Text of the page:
The hardest transition I have experienced when moving into a higher managerial role is the change in relationship between me and former peers or colleagues. This upward mobility is challenging because you are now responsible for training and managing the team.
Of course, this is not a new problem within organizations or at various levels. As we advance in our careers, it’s expected that we will eventually manage former peers. The problem is that in these situations, none wants to be viewed as bad guy. It believe that it is a natural tendency to desire to be perceived as the same regular person that we were before the promotion. Inevitably, you will have to take charge of the new relationship roles if you and your team is to be successful.
Here are a few suggestions:
1. Address problem or concern immediately: I know that it is gut wrenching to have to tell former peers how you honestly rate their performance. There is no point in beating around the bush, or vacillating. Don’t waste time complaining. Have the performance and coaching discussion as soon as practicable.
2. Make the discussion about the performance rather than the performer: Use specific examples and coach alternatives to more positively affect the performance outcomes. This helps to take the personal aspects of the discussion out of the equation and makes it more about finding the solution to a shared problem.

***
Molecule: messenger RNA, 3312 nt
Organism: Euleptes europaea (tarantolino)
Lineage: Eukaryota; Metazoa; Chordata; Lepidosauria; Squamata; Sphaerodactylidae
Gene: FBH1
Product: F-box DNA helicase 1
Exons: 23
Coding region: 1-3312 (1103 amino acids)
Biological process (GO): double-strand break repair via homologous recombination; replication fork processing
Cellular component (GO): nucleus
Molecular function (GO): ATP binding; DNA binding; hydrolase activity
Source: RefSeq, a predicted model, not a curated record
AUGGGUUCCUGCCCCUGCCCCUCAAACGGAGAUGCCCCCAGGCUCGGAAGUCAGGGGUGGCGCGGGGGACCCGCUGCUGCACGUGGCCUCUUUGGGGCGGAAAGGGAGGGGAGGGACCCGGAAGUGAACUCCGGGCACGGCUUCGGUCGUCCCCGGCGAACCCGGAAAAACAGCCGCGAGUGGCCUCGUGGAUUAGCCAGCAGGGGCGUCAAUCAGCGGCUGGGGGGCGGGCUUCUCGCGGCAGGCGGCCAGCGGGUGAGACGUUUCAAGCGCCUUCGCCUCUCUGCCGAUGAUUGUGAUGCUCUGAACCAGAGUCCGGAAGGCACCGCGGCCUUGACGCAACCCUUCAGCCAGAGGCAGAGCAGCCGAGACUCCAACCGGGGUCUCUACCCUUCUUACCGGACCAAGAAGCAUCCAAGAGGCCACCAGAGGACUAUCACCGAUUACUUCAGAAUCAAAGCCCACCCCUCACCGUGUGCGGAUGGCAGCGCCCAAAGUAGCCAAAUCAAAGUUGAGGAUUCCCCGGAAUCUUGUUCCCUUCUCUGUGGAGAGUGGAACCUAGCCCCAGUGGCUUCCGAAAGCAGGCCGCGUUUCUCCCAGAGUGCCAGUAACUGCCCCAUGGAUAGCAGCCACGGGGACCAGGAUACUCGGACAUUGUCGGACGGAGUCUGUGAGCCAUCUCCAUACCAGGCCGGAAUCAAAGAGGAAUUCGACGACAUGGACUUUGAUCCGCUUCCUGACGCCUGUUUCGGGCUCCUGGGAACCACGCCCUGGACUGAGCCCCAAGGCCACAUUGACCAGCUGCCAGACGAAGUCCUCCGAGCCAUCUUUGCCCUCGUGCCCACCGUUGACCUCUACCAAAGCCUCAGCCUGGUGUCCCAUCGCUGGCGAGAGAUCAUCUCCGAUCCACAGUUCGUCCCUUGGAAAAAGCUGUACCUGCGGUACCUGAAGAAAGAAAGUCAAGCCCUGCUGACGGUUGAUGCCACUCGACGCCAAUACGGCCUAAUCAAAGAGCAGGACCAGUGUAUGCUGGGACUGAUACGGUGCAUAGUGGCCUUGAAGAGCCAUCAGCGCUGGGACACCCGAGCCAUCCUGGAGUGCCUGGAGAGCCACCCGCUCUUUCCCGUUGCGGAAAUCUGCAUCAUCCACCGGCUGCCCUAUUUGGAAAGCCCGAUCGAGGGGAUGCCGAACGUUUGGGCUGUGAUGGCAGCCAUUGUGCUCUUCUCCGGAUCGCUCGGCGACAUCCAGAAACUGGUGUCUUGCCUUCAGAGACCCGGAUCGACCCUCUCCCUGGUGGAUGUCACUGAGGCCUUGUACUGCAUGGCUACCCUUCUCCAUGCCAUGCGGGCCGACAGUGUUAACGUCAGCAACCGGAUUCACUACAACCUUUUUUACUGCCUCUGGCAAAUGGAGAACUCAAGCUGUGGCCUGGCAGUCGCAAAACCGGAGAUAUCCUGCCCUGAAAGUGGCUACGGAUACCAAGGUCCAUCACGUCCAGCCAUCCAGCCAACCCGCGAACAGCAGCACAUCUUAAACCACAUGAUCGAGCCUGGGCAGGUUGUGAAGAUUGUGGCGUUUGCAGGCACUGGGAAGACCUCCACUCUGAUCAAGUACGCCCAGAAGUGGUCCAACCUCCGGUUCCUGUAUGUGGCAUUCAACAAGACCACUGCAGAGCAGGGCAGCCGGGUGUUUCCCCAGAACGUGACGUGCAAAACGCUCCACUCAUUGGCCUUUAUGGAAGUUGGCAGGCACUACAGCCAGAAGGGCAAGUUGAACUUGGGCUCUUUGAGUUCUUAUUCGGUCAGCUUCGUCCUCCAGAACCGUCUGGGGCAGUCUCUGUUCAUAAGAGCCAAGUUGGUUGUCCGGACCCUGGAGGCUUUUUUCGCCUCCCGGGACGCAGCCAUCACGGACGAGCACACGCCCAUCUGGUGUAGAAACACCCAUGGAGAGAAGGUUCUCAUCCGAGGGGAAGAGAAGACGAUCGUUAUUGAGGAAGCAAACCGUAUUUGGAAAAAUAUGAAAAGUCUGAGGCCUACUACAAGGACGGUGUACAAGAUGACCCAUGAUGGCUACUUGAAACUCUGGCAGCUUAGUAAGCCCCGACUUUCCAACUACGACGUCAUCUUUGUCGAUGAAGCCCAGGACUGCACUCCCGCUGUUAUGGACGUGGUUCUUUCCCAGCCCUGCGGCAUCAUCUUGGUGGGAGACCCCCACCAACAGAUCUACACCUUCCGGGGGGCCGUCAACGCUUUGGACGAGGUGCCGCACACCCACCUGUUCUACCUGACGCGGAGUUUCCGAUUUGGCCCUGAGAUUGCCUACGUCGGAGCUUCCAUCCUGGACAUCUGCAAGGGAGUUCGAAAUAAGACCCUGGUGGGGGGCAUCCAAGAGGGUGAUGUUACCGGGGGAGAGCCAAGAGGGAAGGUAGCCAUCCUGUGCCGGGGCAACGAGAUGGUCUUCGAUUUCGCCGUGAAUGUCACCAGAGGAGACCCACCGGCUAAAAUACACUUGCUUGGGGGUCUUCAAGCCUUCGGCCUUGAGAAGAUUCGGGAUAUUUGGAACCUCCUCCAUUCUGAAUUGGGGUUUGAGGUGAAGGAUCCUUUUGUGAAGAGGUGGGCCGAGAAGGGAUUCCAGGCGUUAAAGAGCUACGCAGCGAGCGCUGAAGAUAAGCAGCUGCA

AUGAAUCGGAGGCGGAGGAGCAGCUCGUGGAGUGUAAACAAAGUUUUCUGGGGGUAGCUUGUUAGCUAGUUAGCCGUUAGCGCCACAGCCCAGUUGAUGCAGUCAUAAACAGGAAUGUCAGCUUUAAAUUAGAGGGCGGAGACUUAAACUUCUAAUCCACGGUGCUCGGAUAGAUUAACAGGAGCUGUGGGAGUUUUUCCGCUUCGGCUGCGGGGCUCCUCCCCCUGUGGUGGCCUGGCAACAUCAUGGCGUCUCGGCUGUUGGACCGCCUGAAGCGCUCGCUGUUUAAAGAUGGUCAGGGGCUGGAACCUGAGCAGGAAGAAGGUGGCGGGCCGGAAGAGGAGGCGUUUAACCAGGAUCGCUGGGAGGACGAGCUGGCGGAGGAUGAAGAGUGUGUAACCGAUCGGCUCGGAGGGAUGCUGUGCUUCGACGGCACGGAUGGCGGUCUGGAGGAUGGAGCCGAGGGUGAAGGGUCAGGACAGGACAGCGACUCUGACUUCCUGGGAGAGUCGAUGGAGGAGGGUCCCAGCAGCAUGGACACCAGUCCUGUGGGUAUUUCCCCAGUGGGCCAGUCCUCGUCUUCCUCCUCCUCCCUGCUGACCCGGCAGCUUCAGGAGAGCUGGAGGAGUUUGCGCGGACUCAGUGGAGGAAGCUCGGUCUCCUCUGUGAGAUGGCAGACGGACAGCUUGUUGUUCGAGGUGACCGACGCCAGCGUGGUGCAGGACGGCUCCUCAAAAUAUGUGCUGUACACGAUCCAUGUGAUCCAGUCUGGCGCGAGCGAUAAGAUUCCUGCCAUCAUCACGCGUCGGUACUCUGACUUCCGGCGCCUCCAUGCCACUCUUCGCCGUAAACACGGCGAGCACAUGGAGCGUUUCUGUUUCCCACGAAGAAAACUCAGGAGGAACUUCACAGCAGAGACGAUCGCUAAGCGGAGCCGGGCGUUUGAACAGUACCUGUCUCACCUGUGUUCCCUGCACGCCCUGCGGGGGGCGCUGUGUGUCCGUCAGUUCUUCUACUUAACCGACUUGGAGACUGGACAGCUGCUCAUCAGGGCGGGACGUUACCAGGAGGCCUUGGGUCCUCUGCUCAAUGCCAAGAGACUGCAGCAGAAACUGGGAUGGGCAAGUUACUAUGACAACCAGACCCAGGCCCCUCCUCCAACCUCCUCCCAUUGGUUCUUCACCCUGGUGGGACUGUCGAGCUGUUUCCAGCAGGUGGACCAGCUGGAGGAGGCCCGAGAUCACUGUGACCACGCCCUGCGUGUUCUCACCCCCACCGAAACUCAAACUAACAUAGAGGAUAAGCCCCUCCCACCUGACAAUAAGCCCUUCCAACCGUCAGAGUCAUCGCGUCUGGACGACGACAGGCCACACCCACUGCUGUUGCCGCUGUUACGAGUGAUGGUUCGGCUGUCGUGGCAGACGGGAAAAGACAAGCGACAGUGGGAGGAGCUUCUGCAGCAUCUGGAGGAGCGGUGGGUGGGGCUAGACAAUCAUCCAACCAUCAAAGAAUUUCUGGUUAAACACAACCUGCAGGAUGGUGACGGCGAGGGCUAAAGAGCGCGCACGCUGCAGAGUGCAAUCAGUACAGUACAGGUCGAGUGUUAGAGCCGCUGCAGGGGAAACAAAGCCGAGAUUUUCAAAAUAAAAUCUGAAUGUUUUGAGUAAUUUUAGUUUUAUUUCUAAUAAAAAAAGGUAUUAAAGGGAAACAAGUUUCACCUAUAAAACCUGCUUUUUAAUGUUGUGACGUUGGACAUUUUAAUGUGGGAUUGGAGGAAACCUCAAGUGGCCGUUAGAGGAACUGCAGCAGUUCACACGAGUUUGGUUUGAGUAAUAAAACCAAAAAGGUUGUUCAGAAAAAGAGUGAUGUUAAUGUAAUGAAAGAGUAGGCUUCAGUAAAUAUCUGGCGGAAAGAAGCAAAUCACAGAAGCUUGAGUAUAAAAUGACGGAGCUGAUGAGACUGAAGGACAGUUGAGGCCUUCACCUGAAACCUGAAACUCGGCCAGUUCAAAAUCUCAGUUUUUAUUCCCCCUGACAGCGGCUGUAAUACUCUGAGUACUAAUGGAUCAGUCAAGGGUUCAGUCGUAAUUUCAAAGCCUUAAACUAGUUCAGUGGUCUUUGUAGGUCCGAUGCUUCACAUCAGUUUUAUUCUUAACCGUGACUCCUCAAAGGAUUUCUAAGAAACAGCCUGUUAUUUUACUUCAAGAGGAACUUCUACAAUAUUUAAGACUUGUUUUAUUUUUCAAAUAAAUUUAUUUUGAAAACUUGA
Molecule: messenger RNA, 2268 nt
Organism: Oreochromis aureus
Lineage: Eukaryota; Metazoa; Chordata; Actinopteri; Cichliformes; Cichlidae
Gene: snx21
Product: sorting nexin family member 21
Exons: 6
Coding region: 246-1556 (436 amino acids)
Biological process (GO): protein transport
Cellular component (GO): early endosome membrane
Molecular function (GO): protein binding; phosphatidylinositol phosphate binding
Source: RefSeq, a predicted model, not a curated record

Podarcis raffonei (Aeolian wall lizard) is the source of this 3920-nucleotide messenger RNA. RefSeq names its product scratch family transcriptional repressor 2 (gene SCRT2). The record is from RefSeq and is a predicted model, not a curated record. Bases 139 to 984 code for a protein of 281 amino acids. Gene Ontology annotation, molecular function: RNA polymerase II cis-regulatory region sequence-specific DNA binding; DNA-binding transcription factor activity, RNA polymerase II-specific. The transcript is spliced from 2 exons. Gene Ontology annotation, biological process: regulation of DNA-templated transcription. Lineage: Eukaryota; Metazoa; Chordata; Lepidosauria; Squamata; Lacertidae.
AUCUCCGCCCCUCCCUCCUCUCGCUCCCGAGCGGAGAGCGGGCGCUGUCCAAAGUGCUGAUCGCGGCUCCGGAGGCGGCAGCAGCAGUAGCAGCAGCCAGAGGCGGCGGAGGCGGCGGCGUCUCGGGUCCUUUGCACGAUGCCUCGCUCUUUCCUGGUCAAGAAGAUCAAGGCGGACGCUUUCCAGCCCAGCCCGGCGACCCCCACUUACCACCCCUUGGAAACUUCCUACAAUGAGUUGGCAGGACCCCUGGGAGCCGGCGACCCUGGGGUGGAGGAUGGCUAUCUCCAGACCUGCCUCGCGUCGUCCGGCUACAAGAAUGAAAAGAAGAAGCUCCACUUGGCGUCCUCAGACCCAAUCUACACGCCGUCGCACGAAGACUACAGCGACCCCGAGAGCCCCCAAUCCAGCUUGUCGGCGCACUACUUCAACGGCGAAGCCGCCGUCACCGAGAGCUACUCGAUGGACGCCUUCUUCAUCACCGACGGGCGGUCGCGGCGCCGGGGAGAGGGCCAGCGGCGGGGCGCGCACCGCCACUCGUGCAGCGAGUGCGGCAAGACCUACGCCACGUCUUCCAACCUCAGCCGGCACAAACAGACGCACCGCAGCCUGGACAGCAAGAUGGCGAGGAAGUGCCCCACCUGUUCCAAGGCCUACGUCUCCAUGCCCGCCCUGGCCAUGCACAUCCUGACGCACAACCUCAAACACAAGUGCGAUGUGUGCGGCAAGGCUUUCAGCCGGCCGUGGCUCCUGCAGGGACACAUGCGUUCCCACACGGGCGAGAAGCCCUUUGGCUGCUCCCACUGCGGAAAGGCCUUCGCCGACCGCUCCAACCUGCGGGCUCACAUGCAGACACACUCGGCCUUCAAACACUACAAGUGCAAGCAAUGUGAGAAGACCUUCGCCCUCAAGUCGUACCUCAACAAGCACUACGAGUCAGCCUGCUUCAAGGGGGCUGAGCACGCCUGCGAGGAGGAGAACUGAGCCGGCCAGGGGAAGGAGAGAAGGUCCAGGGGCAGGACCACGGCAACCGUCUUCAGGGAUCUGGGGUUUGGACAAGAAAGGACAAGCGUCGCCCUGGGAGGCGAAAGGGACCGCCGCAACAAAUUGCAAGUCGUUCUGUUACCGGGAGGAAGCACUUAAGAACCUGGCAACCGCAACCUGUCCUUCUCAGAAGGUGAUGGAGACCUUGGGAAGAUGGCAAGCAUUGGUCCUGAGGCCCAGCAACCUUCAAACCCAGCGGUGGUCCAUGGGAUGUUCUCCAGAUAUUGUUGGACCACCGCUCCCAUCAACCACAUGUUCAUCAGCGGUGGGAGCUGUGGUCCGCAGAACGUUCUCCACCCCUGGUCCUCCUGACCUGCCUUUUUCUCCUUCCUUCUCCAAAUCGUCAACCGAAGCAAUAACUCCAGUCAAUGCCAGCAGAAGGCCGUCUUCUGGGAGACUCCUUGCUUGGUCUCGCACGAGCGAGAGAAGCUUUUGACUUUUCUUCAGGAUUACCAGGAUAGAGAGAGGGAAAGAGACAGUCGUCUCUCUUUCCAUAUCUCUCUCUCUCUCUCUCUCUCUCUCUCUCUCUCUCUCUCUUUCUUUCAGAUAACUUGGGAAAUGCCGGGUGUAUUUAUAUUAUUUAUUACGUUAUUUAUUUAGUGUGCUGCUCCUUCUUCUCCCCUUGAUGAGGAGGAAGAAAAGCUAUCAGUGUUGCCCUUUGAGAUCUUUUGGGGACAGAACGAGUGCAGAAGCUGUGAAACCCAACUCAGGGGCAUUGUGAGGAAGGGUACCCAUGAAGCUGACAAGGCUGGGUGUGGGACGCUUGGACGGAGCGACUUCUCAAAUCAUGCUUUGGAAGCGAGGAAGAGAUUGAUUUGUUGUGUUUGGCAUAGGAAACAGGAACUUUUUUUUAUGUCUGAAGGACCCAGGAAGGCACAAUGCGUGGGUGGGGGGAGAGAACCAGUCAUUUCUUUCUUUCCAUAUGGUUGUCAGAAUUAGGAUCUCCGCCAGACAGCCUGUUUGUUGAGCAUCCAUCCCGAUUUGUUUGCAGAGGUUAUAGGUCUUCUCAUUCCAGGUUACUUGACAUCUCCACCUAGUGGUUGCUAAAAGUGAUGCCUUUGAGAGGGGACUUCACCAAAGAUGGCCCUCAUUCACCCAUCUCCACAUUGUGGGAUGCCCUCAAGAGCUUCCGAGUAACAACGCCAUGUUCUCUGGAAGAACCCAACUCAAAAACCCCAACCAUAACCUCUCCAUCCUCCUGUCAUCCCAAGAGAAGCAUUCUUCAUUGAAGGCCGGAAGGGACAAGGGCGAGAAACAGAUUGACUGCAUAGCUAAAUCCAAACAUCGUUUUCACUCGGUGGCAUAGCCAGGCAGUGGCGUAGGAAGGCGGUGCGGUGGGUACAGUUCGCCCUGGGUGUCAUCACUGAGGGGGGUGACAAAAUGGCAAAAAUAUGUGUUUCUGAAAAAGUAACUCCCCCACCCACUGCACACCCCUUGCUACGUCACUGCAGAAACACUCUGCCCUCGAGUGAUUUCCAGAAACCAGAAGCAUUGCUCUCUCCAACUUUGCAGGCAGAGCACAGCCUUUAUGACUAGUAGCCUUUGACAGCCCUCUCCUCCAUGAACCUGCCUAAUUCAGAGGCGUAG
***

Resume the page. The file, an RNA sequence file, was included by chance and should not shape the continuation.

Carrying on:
3. Assume we swapped positions, what would you do? Don’t be bashful. This is a great question to ask of the people who seem to doubt your ideas, especially if that former peer has been working for the organization longer than you have. A question like this helps them to understand that you value their opinion and experience and also gives them a better sense of your performance oriented rationale.
4. It’s not personal: You can expect and anticipate that some of your former peers may not always be open to your constructive feedback… but that’s natural. You’re in your position for a reason, mainly because your management believes that you can provide insight into making the team’s job easier and more productive.
5. You’re working with them. They’re not working for you: I think this speaks for itself.
Not everyone will think the same way that you do. Just because something worked for you in a previous role doesn’t necessarily mean it will for everyone you’re now responsible for supervising or managing. Empathize and put yourself in their shoes. This will make a difficult transition much easier for everyone.
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